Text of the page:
"The truth is that one half not only does not know," a 1911 report on the city's slum problem chastised well-off Torontonians, "they do not want their peace of mind disturbed by the unpleasant details of the life and sorrows of the lower classes."
City Hall had long resisted the public health reforms necessary in a turn-of-the-century industrial centre. But newly appointed Medical Officer of Health, Dr. Charles Hastings—an obstetrician who turned public health advocate after the contaminated milk-related death of his infant daughter—commissioned the in-depth study.
Hastings' inspectors fanned out across rough-and-tumble neighbourhoods like The Ward, which stretched from College to Queen, and from Yonge to University Avenue. Then known as the city's worst slum, The Ward was densely packed with rough accommodations whose low cost attracted immigrants newly arrived from across Eastern and Southern Europe, and Asia.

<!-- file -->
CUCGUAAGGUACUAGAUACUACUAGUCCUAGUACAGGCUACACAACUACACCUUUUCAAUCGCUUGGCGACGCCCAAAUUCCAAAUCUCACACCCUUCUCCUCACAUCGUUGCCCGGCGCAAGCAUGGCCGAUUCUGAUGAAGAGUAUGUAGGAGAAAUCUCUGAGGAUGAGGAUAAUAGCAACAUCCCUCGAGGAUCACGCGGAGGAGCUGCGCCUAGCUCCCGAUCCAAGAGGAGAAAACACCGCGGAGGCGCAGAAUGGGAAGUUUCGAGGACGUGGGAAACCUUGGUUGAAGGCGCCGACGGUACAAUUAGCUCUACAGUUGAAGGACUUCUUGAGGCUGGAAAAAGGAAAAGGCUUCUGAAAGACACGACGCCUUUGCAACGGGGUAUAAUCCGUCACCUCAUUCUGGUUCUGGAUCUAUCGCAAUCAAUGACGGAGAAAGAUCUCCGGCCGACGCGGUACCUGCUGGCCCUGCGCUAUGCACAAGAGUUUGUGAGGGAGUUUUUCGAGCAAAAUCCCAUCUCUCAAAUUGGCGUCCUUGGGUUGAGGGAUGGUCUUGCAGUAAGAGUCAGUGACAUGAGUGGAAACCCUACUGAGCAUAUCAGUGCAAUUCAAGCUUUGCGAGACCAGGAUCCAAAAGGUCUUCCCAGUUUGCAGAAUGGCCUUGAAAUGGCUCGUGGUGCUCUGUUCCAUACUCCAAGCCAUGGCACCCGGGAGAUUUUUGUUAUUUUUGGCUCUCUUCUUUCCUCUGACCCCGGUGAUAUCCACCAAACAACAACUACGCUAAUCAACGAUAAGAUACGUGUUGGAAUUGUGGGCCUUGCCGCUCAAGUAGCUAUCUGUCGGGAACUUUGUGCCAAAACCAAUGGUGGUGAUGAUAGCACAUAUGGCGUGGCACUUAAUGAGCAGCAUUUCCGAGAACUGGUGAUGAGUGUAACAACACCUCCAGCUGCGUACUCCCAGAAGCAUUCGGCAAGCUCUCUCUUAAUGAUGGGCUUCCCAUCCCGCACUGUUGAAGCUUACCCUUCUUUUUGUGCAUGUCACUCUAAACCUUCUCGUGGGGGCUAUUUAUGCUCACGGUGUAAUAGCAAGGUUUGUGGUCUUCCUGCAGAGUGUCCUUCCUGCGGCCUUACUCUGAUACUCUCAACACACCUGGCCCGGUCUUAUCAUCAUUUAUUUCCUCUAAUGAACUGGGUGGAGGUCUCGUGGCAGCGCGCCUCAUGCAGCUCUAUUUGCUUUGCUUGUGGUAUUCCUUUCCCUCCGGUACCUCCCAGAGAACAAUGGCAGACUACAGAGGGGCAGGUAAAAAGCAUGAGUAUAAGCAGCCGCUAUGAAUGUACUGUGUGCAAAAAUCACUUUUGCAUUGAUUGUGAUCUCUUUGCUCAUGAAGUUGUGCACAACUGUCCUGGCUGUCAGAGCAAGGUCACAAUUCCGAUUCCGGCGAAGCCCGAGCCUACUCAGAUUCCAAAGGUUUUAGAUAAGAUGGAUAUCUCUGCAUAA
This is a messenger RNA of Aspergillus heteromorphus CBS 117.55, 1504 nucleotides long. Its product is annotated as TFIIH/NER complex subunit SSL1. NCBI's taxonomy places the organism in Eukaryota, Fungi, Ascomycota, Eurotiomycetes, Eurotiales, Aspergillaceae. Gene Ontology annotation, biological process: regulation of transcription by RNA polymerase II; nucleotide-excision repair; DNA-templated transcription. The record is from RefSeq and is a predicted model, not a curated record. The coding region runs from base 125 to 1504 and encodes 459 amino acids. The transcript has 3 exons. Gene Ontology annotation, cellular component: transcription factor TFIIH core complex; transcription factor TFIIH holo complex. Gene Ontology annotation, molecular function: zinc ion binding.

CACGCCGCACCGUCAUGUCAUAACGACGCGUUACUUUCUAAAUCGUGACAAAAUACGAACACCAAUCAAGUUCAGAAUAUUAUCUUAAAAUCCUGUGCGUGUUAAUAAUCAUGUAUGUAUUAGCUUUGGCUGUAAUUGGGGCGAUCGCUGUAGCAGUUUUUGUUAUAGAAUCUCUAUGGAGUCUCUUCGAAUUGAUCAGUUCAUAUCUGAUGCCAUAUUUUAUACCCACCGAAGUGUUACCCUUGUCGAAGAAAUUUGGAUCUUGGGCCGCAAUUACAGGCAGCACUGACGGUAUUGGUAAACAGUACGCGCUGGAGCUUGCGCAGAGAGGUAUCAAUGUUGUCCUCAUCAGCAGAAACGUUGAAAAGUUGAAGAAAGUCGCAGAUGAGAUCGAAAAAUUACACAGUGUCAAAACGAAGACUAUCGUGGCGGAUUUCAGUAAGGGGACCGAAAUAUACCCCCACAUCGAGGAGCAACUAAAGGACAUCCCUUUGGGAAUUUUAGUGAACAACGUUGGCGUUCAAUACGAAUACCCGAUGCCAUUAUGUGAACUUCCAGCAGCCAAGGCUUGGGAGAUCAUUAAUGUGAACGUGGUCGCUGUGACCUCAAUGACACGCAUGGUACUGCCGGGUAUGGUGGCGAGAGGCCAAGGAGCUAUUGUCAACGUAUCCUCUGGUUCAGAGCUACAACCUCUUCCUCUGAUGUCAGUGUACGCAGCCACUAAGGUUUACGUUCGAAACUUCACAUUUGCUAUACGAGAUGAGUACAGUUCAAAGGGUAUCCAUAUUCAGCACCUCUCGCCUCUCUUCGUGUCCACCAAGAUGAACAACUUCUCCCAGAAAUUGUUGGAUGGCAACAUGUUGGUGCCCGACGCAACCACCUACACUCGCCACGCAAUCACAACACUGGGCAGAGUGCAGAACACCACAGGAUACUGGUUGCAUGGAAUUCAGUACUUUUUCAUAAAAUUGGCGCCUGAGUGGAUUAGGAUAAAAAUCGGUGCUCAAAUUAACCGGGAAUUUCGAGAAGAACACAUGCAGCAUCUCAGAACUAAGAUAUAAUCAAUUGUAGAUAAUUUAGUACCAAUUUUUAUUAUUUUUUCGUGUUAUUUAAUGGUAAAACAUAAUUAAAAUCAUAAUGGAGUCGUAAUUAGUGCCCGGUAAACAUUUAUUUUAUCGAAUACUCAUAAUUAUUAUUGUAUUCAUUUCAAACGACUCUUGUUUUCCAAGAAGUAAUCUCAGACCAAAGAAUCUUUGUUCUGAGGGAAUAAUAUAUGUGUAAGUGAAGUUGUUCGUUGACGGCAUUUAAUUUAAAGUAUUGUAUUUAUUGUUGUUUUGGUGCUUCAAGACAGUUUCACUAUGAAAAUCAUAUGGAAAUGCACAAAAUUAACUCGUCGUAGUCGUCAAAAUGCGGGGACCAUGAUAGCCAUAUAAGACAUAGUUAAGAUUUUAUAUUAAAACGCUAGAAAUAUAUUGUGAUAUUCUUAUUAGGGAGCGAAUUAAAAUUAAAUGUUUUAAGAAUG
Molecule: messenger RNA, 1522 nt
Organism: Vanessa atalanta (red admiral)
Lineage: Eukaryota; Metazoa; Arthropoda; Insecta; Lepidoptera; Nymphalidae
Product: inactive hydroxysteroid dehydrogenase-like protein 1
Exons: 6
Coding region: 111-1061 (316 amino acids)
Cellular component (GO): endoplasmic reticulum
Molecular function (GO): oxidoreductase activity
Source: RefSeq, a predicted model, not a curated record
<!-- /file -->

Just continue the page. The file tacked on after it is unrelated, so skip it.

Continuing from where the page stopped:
Visiting over 5,000 homes, the inspectors documented all they saw and smelled, from leaky roofs and peeling wallpaper to overflowing outdoor privies. They often visited late at night to more accurately apprise the true number of inhabitants—often single immigrant workmen but also families—sharing over-crowded flophouses.
Supplemented with dramatic photographs, the shocking 1911 report enabled the city's public health department to implement far-reaching reforms, including stricter housing regulations, food safety measures and education programs. By Hastings' retirement in 1929, Toronto was among the world leaders in public health reform.
By Kevin Plummer